The SS draws the biggest crowd.
Holden crammed the L98 6.0-litre Gen IV V8 under the bonnet, which pumps out 362hp and 391 ft-lb. That’s enough to sling the 3,895 pound (1,767kg) Holden Ute from zero to 100-km/h (62-mph) in just 5.5 seconds. The acceleration in itself is impressive, but the guttural roar being belted out the quad pipes in the rear bumper makes it even more enjoyable.
There was a time when the Holden V8s were so muffled that you couldn’t tell what was under the bonnet. Those days are gone and the new V8 trumpets to all around that this is a vehicle that must be taken seriously.
The standard transmission is the Tremec T56 six-speed manual which has been improved with a nice light clutch or a GM-sourced six-speed automatic. Both do the job well enough, but the stick shift is the most fun.
Despite their power levels, Australian utes haven’t had the benefit of traction or electronic stability control until now. The VE has both, which is a nice safety net to have. Thankfully, anyone after a bit of fun can just flick the switch and the traction aids turn off. The prospect of a Ute that couldn’t perform circle work (donuts) would have been too much for the Ute fraternity.
With or without stability control engaged, it's clear the VE Ute is a handling star. Just like the VE sedan, the Ute feels like its body was carved from granite.
The SS Ute simply drives like a refined muscle car. Its firm suspension tune, which can be a bit jolting on rough roads, means there is almost no body roll in the turns and the car sits flat under hard braking and heavy acceleration.
The meaty steering is direct and gives you all the feedback you need. You can place this baby wherever you want in a turn.
Even on slippery gravel tracks of country in New South Wales, the SS is remarkably well behaved. With the stability control turned off, you can come hooking into a turn, get on the gas just before the midpoint and powerslide your way out of the turn like a rally ace.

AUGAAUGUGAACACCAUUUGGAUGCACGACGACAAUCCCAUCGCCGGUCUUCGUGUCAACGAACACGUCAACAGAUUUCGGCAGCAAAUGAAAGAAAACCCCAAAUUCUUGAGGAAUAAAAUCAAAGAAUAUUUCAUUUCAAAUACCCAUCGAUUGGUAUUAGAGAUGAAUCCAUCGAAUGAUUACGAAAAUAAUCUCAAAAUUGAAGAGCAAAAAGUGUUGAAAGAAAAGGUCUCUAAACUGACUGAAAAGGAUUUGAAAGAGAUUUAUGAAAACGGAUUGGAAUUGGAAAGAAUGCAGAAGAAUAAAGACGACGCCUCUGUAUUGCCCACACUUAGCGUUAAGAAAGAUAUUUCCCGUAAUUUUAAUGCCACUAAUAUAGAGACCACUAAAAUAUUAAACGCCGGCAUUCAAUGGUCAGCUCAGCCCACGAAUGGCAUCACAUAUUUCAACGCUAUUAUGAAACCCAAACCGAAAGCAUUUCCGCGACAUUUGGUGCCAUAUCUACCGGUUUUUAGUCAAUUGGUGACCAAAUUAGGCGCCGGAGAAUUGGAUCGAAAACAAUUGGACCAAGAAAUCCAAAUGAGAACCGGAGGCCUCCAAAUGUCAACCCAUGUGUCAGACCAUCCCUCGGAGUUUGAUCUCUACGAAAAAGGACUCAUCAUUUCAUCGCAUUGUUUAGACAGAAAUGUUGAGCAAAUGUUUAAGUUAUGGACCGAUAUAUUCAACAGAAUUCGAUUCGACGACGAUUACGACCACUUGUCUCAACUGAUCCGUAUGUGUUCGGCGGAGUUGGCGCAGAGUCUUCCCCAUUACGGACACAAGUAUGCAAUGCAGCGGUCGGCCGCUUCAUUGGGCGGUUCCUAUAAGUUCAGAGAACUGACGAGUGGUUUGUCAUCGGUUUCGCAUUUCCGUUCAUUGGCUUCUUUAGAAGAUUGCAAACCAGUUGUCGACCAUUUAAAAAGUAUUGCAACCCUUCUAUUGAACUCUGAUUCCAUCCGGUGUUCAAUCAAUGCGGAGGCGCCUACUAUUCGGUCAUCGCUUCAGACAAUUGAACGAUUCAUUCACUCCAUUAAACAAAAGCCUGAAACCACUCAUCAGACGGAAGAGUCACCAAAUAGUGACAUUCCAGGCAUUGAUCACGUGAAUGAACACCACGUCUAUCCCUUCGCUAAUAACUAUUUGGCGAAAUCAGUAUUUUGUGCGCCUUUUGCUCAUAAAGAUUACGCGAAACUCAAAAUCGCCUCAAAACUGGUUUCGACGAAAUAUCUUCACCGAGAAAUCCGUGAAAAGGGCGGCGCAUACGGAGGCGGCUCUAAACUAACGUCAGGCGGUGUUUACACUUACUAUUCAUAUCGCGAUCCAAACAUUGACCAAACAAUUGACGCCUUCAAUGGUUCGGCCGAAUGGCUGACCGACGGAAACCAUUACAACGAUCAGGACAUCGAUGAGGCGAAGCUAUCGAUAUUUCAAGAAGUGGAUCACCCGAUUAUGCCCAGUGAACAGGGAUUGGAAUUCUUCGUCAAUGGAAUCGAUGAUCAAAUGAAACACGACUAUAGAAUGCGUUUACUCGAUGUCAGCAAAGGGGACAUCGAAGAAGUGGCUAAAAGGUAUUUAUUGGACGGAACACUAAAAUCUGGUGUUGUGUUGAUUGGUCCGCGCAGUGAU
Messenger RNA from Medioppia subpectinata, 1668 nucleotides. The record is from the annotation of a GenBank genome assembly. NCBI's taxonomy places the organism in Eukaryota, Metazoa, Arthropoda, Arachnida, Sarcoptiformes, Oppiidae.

You have to treat it with respect, but the VE Ute is very predictable. It has an impressive amount of grip on the tarmac. With fresh rubber on the rear, you can accelerate very fast without breaking traction.
On the other had, if you are in the mood for a Bridgestone barbeque, just press a little harder with your right foot.
Even when you aren’t smoking them up, the SS Ute can get you into a lot of trouble. Most highways in Australia have a speed limit of 100-km/h, and the VE Ute goes past that in second gear. The super tall gearing also means the VE Ute lumbers along at highway speeds doing about 1,200rpm, which is perfect for covering endless outback miles.
The SS costs $39,990 Aussie (US $34,650) and comes standard cruise control, cloth sports seats, six-stack CD, Bluetooth phone preparation, leather steering wheel and sits on 18-inch alloy wheels.
A more luxurious SSV is available for an extra $5,000 Aussie (US $4,330), adding leather seats, dual zone climate control, projector headlight lamps, alloy-faced pedals, colour-coded instruments, a 6.5-inch colour information screen, sports steering wheel chunky 19-inch rims.
Both models benefit from an improved interior which features 245-litres of space behind the seats as compared to 90-litres of the previous model.
It should be mentioned the SS Ute comes with a plastic tub liner a soft tonneau cover and six tie-down points.
Before you take this beast out for a run, take my advice – tie everything down really hard.